ISSN 0326-646X





Sumario Vol. 42 - Nº 3 Julio - Septiembre 2013

Mechanisms of Cardiovascular
Risk in Metabolic Syndrome

Pedro E. Miguel-Soca.

Universidad de Ciencias Médicas.
Ave. Lenin No.4, esquina Aguilera. (80100) Holguín, Cuba.
E mail

Recibido 31-JUL-2013 – ACEPTADO 09-AGOSTO-2013.

The author declares not having a conflict of interest.

Rev Fed Arg Cardiol. 2013; 42(3): 166-167


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The prevalence of obesity in teenagers is increasingly higher and consequently, the associated risk of developing metabolic syndrome (MS). The prevalence of MS using criteria from the IDF (International Diabetes Federation) in teenagers in schools from the province of Salta, Argentina [1], was 4.1%, similar to the one reported in other studies, with predominance in young people with overweight and obesity. See the paper published in Rev Fed Arg Cardiol 2013; 42 (2) 119-126.

The molecular mechanisms involved in the risk of developing ischemic heart disease deserve a special consideration. A key trait of metabolic syndrome is the resistance to insulin, particularly significant in the visceral adipose tissue of the patients with abdominal obesity. In such conditions, an increase of the arrival of fatty acids to the liver occurs through the portal pathway, and subsequently the synthesis of triglycerides (TG) in this organ with two immediate consequences: the deposit of TG with hepatic steatosis and the increase of release into the blood of lipoproteins of very low density (VLDL), which causes hypertriglyceridemia [2]. Another factor that favors hypertriglyceridemia is a lower activity of the lipase of lipoproteins, an endothelial enzyme depending on insulin, which is in charge of degrading VLDL and chylomicrons (they transport TG from the diet). In the mentioned investigation [1], 9.2% of teenagers presented hypertriglyceridemia, one of the diagnostic criteria of MS.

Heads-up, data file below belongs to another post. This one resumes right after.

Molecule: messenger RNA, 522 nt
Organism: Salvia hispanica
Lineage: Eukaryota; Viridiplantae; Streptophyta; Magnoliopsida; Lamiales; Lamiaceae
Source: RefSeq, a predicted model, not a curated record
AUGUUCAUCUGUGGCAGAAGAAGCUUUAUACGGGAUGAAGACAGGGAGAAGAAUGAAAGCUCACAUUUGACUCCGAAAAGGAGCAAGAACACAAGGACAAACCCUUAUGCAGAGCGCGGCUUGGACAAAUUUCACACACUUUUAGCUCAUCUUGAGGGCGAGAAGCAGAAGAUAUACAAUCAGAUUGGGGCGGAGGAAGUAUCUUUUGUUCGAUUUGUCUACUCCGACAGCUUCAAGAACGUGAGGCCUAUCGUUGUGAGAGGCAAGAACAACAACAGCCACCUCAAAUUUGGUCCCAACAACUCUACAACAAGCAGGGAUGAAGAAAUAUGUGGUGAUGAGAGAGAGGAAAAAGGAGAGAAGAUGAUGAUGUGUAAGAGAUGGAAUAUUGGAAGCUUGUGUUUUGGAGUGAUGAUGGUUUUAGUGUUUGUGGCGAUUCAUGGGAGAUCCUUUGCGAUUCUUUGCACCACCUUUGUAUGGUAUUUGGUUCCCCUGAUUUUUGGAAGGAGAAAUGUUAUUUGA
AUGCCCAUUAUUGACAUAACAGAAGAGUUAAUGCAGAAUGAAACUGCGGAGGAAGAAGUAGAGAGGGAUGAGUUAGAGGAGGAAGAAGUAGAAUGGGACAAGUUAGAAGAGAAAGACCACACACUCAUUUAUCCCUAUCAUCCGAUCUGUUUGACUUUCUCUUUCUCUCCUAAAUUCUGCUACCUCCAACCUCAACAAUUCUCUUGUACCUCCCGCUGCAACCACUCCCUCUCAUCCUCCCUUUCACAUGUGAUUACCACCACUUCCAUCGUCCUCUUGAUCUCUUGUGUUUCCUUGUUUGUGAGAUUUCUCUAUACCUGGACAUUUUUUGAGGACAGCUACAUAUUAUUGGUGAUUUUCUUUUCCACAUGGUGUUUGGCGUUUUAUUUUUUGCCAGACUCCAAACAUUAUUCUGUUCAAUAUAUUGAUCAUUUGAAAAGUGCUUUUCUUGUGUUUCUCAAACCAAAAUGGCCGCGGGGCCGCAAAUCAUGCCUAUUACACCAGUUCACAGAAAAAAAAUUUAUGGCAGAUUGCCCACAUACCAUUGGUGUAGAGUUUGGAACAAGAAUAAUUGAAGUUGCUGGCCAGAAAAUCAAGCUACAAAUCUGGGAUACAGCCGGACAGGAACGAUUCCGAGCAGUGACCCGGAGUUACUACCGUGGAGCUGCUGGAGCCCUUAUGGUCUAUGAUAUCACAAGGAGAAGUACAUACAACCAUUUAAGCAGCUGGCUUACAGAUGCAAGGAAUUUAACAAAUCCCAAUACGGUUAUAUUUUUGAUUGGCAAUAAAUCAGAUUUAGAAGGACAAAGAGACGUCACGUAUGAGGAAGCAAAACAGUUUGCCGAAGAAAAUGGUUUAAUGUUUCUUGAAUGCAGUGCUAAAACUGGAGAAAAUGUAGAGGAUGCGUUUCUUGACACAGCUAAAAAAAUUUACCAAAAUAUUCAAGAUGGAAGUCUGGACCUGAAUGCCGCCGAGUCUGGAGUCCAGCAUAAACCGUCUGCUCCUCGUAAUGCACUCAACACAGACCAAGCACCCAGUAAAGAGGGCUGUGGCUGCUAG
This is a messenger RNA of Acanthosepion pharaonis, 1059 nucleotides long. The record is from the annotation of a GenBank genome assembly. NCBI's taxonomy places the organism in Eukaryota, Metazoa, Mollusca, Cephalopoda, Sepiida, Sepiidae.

Hypertriglyceridemia has repercussions on the pattern of lipoproteins by favoring the activity of the protein carrier of cholesterol esters that exchanges lipids between VLDL and the lipoproteins of high density (HDL), which enriches HDL cholesterol with TG, making it more susceptible to the degradation of liver lipase with reduction of the blood concentrations [2]. The role of HDL cholesterol in the reverse transport of cholesterol, the only way the organism has of removing the excess of cholesterol from tissue and arterial walls by biliary excretion, explains at least in part, the greater risk of ischemic heart disease in patients with MS. It is remarkable that Gotthelf [1] found 26.5% of low HDL cholesterol in Argentine students, a percentage that is higher in adults.

In conditions of resistance to insulin, VLDL get richer in cholesterol esters, which makes them more atherogenic and low density lipoproteins (LDL) become small and dense, also more atherogenic by its capacity of infiltrating the arterial intima, to oxidize more easily and be uptaken by macrophage receptors, which favors the formation of foam cells and atherosclerosis, another condition that increases cardiovascular risk in patients with MS [2].